Ask us
 Tell us 

Cognitive theory of multimedia learning

“People learn more deeply from words and pictures than from words alone”.

The quote above is true ... however, it's important to remember that just putting text and pictures together doesn't necessarily make for effective learning.

If you are using a variety of media in your teaching (test, images, video, interaction), you need to consider the best way for students to learn.

The Cognitive Theory of Multimedia Learning gives guidance for informed multimedia instructional messages. This theory is based on three assumptions:

  1. Every humans has two separate channels for processing visual and auditory information (dual channels)
  2. Humans can only process a certain amount of information in each channel at one time (that is, they have limited capacity)
  3. Humans learn actively by paying attention to incoming information, organising selected information into undertandable mental representations, and integrating those representations with other knowledge (active processing)

For example, if a student is presented with an auditory information display (narration) at the same time as a visual information display (text), then the student will need to process this information using both channels. 

However, in accordance with Priniple 2 above, the student's ability to process is limited. Therefore, the student's brain is forced to be selective with the information it chooses to keep, and which bits of information to make connections between.

Putting it into practice: Instructional goals for multimedia instruction

The table below offers a brief overview of three instructional goals in multimedia learning, bearing in mind the assumptions we discussed above.

You might find it useful to consider the various techniques listed in the third column when creating a multimedia learning activity. 


Representative technique

Description of technique

Minimize extraneous processing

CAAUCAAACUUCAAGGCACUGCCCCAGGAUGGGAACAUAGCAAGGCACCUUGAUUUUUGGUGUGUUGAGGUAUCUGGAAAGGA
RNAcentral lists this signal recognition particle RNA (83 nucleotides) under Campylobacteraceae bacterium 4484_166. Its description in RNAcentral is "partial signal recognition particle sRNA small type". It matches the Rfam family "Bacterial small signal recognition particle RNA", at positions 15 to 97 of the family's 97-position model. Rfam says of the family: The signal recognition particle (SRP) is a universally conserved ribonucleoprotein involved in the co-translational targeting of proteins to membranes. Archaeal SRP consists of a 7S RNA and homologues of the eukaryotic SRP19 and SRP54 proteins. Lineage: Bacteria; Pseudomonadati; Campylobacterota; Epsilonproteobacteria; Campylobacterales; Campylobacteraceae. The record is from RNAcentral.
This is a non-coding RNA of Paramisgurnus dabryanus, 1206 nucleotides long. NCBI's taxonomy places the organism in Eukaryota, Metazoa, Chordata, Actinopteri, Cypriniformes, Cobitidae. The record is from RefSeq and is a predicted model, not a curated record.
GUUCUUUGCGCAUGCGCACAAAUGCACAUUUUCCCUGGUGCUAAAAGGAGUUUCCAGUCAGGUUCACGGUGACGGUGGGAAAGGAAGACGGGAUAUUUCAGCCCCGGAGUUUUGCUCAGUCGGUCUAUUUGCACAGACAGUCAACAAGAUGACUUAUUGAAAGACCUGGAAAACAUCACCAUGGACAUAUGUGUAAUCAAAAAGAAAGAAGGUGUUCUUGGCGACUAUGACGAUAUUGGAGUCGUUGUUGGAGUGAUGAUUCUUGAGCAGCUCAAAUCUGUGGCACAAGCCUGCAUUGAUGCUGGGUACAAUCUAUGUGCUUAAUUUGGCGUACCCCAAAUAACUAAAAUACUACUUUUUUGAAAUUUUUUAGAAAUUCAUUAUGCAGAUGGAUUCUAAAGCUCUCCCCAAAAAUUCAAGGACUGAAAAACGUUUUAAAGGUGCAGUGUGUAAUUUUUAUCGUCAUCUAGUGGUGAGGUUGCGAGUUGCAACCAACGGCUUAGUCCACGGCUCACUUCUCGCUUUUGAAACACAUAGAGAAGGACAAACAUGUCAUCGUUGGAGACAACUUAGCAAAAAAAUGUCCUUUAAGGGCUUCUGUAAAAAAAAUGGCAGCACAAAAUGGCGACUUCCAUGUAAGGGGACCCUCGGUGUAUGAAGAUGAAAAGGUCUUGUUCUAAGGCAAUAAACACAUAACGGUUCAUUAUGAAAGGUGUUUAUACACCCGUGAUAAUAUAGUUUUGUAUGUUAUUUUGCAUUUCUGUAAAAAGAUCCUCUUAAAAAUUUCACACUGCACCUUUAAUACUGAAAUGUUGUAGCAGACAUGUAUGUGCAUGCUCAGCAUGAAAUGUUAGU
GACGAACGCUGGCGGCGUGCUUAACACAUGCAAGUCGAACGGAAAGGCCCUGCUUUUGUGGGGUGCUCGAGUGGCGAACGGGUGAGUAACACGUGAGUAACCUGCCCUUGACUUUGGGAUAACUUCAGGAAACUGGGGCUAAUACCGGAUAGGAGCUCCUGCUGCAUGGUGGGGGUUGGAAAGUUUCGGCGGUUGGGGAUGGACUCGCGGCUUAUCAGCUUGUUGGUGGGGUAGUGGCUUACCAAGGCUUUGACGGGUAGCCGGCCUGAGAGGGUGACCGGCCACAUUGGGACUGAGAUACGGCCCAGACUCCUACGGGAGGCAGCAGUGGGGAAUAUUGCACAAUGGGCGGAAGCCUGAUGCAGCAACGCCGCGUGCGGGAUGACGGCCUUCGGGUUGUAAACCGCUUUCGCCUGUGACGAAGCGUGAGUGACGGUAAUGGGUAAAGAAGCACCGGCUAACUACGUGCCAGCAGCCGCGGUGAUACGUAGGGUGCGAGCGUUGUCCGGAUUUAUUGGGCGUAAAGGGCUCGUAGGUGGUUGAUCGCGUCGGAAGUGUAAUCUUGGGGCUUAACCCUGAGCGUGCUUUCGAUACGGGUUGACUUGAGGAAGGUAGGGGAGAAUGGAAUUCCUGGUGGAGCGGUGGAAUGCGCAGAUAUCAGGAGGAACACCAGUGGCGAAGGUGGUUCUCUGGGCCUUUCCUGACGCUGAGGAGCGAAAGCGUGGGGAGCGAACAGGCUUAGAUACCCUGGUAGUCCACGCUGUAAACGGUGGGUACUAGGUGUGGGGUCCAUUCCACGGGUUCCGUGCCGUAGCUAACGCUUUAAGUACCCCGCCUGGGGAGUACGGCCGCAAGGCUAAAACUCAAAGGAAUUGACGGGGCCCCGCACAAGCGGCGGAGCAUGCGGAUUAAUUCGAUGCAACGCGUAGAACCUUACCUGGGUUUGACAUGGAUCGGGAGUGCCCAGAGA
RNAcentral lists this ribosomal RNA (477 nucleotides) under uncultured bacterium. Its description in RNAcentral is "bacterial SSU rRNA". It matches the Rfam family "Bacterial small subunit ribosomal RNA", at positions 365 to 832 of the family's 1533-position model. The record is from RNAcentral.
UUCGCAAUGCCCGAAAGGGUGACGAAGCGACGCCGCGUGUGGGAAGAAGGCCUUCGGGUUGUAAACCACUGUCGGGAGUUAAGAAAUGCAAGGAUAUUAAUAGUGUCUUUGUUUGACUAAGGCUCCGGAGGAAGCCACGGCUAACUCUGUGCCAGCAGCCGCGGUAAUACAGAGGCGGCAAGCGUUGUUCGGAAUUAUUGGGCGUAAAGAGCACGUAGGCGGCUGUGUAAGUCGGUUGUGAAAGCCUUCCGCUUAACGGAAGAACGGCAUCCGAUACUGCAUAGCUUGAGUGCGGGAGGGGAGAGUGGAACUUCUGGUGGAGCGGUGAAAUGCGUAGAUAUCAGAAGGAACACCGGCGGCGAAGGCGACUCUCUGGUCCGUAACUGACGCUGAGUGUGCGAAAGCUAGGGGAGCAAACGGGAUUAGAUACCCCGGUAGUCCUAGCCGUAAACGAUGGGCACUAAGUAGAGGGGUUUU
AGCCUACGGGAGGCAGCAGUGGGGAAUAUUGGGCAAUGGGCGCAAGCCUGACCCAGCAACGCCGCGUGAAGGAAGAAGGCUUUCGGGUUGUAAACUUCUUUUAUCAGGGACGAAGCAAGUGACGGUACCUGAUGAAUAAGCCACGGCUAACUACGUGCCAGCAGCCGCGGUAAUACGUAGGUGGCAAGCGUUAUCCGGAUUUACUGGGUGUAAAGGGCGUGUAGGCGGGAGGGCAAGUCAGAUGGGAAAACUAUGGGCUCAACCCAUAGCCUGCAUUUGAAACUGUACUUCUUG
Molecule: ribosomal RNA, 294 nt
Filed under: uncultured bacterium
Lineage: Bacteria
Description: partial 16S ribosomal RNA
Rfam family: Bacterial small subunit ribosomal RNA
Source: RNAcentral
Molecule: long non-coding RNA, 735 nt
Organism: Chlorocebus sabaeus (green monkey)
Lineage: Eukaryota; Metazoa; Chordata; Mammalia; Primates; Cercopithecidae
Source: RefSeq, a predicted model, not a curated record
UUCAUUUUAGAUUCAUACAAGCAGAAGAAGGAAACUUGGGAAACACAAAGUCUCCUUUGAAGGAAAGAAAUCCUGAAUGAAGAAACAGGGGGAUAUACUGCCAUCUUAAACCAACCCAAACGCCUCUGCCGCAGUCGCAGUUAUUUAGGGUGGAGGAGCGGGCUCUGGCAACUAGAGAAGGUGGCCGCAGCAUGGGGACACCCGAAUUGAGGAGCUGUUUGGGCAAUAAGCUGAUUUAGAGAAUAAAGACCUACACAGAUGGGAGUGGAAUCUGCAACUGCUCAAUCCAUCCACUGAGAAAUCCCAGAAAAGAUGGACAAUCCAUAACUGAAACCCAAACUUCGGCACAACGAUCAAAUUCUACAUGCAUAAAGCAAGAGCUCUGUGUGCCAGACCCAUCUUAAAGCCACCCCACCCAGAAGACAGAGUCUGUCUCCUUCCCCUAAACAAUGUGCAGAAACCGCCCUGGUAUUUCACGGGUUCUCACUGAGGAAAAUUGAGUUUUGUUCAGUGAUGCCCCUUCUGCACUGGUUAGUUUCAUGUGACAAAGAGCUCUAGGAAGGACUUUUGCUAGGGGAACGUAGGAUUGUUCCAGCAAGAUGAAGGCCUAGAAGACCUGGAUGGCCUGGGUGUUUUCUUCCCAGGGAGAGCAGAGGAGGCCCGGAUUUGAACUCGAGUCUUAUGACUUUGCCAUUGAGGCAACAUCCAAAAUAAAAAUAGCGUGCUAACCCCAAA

Coherence principle

Eliminate extraneous (non-relevant) material


Signaling principle

Highlight essential material


Redundancy principle

Do not add printed text to spoken text


Spatial contiguity

Place printed text near corresponding graphic          


Temporal contiguity principle

Present narration and the corresponding graphic simultaneously

Manage essential processing

Segmenting principle

Break a presentation into parts


Pre-training principle

Describe names and characteristics of key elements before the lesson


Modality principle

Use spoken rather than printed text


Multimedia principle

Use words and pictures together rather than words alone

Foster generative processing

Personalization principle

Put words in conversational style


Voice principle

Use human voice for spoken words


Embodiment principle

Give on-screen characters humanlike gestures


Guided discovery principle

Provide hints and feedback as learner solves problems


Self-explanation principle

Ask learners to explain a lesson to themselves


Drawing principle

Ask learners to make drawings for the lesson

Interesting resource

Mayer, R 2014, 'Cognitive theory of multimedia learning', Richard Mayer, The Cambridge Handbook of Multimedia LearningCambridge University Press, Cambridge, UK, pp. 43-71